We take a closer look at how two hedge funds strategies may be able to generate returns in any market.
So far in this series we’ve looked at what alternative strategies are and what they can add to an investment portfolio. We’ve also looked at the tools hedge fund managers use to generate returns unrelated to the macroeconomic backdrop and why these strategies are especially useful to investors in the current inflationary, late-cycle environment we find ourselves in.
In this fourth and final instalment we’re going to take a deeper dive into a couple of strategies hedge funds use to generate solid risk-adjusted returns even in a wobbly or bear market.
The first is merger arbitrage. In its archetypal form, this involves buying shares of a company subject to a takeover bid and shorting the shares of the company attempting the takeover. (Ideally this is an all-share transaction.) The objective is to capture the spread between the target’s share price upon the announcement of the deal and the price being offered and receivable at the acquisition’s close. Because there is some uncertainty, the target will typically trade slightly below the offer price. The greater the uncertainty, the greater the spread. But even if the deal is almost assured and the spread is small, the hedge fund manager can use leverage to increase the potential payoff. (Of course, if they are wrong and the deal does not go through, they could incur a loss.)
Say the hedge fund sells the acquiror short when it’s trading for $100 a share and buys the target for $98, just below the offer price of $100, and the deal is expected to close in four months. If the deal goes ahead as expected, the return is $2 or 2% over four months—equivalent to 6% a year. Now let’s consider what happens when the manager borrows $2 for every $1 up front, to acquire three shares of the target and short three of the acquiror. Now the return is 6% in four months or 18% annualized. Even when you subtract the cost of financing the leverage (3.3% in our example), the fund comes away with a nearly 15% annual return using this strategy. If the acquisition does not materialize, the stock price of the company being acquired may fall back to below where it was trading prior to takeover announcement.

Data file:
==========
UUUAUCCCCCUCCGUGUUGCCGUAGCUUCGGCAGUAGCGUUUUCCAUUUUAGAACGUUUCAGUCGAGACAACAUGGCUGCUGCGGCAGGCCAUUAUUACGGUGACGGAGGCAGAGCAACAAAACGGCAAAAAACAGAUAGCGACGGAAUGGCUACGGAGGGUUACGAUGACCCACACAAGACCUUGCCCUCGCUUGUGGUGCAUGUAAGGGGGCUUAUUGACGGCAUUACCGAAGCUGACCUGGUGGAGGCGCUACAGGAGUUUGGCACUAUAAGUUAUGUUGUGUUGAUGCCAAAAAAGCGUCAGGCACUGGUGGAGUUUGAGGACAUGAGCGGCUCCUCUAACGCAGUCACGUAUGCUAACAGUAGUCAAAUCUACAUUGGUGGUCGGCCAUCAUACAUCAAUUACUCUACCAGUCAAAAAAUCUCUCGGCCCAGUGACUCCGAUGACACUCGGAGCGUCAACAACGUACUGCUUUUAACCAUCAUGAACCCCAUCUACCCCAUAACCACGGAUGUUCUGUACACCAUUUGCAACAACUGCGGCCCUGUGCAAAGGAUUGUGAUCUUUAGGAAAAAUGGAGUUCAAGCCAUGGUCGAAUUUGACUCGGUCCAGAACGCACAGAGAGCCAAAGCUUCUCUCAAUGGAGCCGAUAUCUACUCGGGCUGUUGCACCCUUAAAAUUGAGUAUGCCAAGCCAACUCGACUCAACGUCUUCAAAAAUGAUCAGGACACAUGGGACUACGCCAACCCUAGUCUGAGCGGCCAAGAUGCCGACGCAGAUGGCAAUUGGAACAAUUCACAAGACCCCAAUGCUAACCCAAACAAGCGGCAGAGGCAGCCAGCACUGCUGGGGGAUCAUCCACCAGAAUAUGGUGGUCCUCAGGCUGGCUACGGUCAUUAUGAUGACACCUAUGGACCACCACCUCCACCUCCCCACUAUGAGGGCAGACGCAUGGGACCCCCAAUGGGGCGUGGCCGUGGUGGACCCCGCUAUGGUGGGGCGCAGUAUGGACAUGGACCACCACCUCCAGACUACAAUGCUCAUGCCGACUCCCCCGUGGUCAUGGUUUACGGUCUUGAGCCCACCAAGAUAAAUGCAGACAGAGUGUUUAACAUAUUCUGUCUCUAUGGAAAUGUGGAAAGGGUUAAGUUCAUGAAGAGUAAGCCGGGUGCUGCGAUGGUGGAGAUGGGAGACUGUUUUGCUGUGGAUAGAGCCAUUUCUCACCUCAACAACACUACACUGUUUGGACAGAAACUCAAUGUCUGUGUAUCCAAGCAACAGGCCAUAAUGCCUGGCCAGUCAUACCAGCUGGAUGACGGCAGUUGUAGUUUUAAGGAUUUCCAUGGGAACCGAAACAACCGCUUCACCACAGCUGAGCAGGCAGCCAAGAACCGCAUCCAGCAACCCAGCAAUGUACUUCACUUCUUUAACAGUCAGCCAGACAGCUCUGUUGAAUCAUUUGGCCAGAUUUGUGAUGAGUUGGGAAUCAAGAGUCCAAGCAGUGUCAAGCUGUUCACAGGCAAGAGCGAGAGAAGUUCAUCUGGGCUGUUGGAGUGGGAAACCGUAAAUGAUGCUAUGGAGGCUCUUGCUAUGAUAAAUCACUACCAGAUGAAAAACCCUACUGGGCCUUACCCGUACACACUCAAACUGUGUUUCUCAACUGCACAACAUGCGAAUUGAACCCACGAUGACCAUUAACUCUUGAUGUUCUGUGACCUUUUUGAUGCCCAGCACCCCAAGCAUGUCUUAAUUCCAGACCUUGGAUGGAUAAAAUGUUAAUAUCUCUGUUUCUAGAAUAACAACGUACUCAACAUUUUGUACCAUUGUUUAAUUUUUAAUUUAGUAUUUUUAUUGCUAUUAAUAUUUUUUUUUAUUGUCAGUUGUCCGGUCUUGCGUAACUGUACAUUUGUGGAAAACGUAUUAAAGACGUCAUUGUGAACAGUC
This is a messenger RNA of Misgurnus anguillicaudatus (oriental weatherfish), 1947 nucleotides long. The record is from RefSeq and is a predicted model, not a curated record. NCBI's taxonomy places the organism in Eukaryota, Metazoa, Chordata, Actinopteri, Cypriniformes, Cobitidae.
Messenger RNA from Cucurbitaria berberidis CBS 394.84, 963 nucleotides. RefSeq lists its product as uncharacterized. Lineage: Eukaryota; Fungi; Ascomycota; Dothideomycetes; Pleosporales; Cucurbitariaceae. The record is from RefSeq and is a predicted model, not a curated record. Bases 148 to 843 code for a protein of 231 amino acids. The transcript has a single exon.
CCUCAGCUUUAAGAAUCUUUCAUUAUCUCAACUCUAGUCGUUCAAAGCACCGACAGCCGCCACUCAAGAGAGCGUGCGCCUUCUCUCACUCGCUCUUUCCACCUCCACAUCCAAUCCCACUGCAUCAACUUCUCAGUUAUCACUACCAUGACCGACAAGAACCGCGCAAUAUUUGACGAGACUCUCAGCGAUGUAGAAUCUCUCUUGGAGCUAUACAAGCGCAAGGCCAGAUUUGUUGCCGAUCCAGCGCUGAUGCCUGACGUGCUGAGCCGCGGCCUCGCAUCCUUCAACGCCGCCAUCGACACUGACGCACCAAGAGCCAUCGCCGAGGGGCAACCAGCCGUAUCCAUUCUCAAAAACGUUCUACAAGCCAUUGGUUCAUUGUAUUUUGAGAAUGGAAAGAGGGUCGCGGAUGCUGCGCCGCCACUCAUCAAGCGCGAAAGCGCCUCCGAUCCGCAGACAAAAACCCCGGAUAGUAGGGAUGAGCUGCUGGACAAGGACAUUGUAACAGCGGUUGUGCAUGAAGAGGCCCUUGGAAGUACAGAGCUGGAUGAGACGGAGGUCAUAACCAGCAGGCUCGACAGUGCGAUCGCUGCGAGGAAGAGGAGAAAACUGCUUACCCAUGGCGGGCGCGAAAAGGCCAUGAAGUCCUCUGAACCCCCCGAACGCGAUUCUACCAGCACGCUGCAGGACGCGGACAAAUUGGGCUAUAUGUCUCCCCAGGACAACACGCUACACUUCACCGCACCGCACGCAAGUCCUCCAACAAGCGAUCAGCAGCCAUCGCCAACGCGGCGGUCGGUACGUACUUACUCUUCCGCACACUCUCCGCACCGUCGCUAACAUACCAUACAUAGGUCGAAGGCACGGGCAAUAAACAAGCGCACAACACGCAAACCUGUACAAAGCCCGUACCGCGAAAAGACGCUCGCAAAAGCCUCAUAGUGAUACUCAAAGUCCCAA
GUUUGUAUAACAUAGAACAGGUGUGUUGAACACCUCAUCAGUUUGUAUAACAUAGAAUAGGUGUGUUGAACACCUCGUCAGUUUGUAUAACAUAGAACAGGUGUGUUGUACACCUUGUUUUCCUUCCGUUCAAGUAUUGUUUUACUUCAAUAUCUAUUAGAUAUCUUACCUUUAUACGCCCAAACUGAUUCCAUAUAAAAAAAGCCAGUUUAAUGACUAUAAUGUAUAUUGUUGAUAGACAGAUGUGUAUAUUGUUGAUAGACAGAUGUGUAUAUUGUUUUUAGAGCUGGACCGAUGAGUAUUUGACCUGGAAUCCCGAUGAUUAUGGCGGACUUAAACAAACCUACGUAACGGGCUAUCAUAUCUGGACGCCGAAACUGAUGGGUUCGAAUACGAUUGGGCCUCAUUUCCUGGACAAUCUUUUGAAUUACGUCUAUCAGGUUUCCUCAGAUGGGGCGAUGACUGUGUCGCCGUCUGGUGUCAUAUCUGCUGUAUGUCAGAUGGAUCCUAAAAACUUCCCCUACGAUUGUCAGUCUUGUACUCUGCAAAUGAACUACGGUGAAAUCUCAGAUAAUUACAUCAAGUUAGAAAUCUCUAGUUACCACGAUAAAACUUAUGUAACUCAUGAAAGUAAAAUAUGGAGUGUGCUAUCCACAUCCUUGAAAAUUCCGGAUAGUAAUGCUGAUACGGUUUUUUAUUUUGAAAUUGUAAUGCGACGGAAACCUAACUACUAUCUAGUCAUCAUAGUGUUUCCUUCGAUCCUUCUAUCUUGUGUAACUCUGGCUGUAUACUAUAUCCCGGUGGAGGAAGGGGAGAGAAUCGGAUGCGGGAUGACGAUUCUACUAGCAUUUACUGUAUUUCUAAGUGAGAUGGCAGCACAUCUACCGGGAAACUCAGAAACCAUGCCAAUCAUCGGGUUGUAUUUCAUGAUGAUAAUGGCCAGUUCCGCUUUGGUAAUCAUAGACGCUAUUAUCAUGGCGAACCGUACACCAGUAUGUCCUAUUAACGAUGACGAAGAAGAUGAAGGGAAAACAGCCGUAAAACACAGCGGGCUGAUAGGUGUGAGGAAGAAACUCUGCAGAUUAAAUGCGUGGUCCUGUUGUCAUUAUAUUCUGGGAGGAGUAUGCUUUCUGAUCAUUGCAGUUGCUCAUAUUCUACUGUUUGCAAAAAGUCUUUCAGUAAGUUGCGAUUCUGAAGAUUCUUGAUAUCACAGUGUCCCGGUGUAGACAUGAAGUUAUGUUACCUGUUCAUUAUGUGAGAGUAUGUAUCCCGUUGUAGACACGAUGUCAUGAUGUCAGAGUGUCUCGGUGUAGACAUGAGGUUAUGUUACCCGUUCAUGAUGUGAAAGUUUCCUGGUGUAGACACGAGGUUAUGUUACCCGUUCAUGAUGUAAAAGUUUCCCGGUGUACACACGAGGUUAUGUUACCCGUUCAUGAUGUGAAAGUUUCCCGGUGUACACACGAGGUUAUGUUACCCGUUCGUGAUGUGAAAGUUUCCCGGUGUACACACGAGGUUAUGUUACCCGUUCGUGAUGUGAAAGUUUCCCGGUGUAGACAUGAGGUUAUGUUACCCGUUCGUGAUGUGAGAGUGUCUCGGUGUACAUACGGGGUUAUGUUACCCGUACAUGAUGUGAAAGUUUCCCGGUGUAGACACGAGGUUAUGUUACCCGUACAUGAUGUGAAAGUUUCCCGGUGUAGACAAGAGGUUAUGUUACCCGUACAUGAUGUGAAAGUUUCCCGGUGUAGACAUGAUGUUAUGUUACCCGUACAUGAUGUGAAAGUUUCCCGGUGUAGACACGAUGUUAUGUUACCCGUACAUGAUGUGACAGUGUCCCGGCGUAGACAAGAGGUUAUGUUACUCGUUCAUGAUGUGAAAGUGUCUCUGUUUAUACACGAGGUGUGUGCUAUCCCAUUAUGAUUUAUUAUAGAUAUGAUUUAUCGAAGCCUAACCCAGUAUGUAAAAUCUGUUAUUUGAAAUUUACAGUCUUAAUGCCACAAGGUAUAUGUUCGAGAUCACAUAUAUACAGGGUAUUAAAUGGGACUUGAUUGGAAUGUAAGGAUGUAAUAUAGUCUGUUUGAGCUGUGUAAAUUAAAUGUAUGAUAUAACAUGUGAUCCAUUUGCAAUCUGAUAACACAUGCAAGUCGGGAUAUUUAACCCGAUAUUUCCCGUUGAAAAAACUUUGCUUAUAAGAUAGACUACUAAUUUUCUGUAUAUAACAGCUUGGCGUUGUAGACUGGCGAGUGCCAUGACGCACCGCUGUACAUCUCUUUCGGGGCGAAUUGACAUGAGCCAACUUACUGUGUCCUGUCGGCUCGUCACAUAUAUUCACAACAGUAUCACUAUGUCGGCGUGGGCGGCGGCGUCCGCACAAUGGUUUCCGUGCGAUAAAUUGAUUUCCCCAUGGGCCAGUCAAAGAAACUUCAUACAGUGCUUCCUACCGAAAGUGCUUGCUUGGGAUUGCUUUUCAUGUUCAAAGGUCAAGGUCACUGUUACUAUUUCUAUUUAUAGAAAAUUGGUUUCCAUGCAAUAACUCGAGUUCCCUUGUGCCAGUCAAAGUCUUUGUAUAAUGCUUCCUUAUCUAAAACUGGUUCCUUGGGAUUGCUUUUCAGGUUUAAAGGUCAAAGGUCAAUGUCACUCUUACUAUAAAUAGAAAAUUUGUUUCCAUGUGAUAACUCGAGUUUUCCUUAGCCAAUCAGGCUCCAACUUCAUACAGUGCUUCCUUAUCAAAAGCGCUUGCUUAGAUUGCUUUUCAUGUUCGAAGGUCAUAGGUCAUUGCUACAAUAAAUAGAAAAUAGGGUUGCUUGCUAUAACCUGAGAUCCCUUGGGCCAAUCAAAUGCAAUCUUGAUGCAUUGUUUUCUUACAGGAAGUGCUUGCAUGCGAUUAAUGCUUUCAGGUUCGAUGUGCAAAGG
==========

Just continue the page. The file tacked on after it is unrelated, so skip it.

The second strategy involves capturing the discounts that sometimes appear between units of closed-end funds and their net asset value. Because closed-end funds have a fixed number of units, their prices sometimes fluctuate according to the demand for the units. Demand tends to fall when investors are fearful, causing discounts to increase.
What the hedge fund manager then does is buy funds trading at wider discounts while shorting those with narrower discounts in the expectation that the gap between them will close as they eventually revert to the mean. All the while the trade is market-agnostic—it doesn’t matter which way investor sentiment moves—because the long and short positions are of roughly equal value.
These are just a couple of ways that hedge funds can generate consistent, positive returns at times like now when stock and bond returns threaten to go south. An allocation to alternative strategies can help your portfolio weather a storm and emerge better off on the other side.
This material contains the current opinions of the author and such opinions are subject to change without notice. This material is distributed for informational purposes only. Forecasts, estimates, and certain information contained herein are based upon proprietary research and should not be considered as investment advice or a recommendation of any particular security, strategy, or investment product. All investments contain risk and may gain or lose value. Please speak to your Nicola Wealth advisor for advice based on your unique circumstances. Nicola Wealth is registered as a Portfolio Manager, Exempt Market Dealer and Investment Fund Manager with the required provincial securities commissions.